* Dollar index struggling at six-week lows
* U.S. data disappoints again, euro zone & Chinese figures more upbeat
* Sterling hits 4-year peak, euro at three-week highs
By Ian Chua
SYDNEY, Feb 17 (Reuters) - The U.S. dollar languished at six-week lows against a basket of major currencies on Monday, still struggling to get over yet more disappointing U.S. economic news that stood in contrast to better data out of the euro zone and China.
The dollar index traded at 80.100, having slumped to 80.065 -- a low not seen since Jan. 1. Traders said Friday’s close below 80.153, the Jan. 24 trough, could pave the way for further downside.
The euro touched a three-week high of $1.3717, while sterling scaled a four-year peak of $1.6776.
Data on Friday showed both Germany and France grew slightly faster than expected in the fourth quarter, pushing the euro zone’s recovery up a gear.
U.S. manufacturing output, by contrast, unexpectedly fell in January but that outcome was again blamed on bad weather.
The run of soft U.S. data seemed to have affected the market’s expectation regarding the Federal Reserve’s tapering path, analysts at Barclays Capital wrote in a note to clients.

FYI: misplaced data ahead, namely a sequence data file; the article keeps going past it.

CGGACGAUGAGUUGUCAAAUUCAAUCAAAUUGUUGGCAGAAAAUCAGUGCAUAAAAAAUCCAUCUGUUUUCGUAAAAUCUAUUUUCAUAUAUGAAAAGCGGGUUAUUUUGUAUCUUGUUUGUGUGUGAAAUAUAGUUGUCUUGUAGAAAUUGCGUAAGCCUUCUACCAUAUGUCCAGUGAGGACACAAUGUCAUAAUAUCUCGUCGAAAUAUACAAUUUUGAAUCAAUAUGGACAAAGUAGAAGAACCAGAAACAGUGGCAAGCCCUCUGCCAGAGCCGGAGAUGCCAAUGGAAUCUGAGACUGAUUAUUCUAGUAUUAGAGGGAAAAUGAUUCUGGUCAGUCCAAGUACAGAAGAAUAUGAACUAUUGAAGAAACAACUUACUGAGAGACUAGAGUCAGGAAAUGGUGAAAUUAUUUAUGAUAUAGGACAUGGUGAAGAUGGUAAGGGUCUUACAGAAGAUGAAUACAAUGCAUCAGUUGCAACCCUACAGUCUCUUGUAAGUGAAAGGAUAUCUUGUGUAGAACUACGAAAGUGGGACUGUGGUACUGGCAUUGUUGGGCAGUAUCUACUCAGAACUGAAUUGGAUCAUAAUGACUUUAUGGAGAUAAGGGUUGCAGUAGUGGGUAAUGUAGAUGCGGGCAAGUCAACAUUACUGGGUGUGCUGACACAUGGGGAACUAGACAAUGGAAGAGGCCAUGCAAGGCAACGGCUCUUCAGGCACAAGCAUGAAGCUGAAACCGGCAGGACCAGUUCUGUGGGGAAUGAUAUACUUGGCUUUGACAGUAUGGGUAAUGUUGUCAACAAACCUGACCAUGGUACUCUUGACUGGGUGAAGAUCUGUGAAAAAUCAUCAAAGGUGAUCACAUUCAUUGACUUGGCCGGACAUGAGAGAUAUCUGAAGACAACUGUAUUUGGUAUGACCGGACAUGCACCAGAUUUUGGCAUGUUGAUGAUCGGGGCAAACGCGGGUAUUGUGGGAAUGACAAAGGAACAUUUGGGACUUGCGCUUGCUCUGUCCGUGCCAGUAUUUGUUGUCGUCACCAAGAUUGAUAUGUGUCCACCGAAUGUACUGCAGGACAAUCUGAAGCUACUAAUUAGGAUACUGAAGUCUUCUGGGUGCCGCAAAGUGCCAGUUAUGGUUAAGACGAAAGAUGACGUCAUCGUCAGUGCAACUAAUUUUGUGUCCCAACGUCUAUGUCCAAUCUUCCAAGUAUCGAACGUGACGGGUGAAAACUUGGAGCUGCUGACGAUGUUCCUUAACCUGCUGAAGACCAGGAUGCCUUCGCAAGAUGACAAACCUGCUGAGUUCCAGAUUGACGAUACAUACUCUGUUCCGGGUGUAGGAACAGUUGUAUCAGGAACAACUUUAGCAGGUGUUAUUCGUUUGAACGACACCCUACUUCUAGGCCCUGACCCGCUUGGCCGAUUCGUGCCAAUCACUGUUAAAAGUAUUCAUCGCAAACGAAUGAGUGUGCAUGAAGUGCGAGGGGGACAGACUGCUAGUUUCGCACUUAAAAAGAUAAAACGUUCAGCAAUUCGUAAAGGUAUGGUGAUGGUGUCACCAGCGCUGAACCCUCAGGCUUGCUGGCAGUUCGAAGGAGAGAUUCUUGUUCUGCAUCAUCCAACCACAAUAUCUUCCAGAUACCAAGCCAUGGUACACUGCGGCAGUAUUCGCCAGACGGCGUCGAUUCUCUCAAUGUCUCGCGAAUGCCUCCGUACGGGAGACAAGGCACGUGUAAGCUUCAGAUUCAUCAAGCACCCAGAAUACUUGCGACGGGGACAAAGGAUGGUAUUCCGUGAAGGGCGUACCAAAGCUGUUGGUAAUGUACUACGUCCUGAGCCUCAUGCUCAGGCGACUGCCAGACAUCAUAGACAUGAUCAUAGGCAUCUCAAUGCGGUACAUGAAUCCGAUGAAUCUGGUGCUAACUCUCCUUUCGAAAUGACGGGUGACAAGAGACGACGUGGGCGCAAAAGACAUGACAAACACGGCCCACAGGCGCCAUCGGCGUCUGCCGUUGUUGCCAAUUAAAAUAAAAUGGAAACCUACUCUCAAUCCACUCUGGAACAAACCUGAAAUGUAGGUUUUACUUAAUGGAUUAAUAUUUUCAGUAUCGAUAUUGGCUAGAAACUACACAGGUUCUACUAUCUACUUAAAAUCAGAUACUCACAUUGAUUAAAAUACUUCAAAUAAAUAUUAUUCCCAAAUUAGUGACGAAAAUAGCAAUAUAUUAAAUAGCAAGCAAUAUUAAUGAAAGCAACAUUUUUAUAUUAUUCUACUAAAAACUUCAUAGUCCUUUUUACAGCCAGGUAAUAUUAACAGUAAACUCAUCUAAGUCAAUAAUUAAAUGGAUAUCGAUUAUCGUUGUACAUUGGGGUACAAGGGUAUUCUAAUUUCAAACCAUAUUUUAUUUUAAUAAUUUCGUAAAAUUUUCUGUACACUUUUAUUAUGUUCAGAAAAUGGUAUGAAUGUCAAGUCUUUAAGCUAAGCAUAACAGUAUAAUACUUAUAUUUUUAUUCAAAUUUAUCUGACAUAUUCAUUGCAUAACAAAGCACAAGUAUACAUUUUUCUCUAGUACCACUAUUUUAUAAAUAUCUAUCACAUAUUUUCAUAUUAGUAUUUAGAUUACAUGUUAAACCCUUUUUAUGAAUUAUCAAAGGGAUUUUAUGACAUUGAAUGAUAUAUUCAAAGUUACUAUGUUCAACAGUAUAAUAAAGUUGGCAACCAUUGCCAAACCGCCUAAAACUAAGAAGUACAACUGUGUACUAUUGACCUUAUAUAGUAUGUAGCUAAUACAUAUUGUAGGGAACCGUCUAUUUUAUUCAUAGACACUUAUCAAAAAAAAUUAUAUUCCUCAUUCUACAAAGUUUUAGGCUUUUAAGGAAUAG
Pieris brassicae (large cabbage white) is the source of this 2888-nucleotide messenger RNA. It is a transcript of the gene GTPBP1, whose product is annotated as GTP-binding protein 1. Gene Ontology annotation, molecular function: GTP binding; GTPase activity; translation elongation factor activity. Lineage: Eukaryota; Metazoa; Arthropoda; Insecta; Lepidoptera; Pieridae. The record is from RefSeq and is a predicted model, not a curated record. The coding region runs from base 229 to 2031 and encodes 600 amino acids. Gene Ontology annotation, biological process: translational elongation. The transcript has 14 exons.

“The market could continue to price in a small possibility of Fed halting the tapering while the U.S. data remains soft,” they said.
“But we think the Fed will likely look through the near-term softness in the data and continue to reduce asset purchases by $10 billion in March, as suggested by Fed Chair Yellen’s remarks during her testimony to the Congress, which should be USD supportive.”
Latest data showed currency speculators have indeed pared bets in favour of the U.S. dollar in the week ended Feb. 11.
Still, it was the 15th straight week in which speculators held net long positions in the greenback, reflecting a wider belief that the Fed will probably continue to wind back its extraordinary policy stimulus this year.
Commodity currencies such as the Australian dollar were also in favour after Chinese lending data on Saturday suggested the world’s second biggest economy may not be cooling as much as feared.
Analysts though warned the data could be distorted by the Lunar New Year holidays in January. China is the biggest export market for both Australia and New Zealand.
The Australian dollar hit a fresh one-month high of $0.9070 , before relinquishing a bit of ground to last stand at $0.9050.
It’s New Zealand counterpart also scaled a one-month peak of $0.8396 but quickly retreated to $0.8364 after local retail sales data missed lofty forecasts.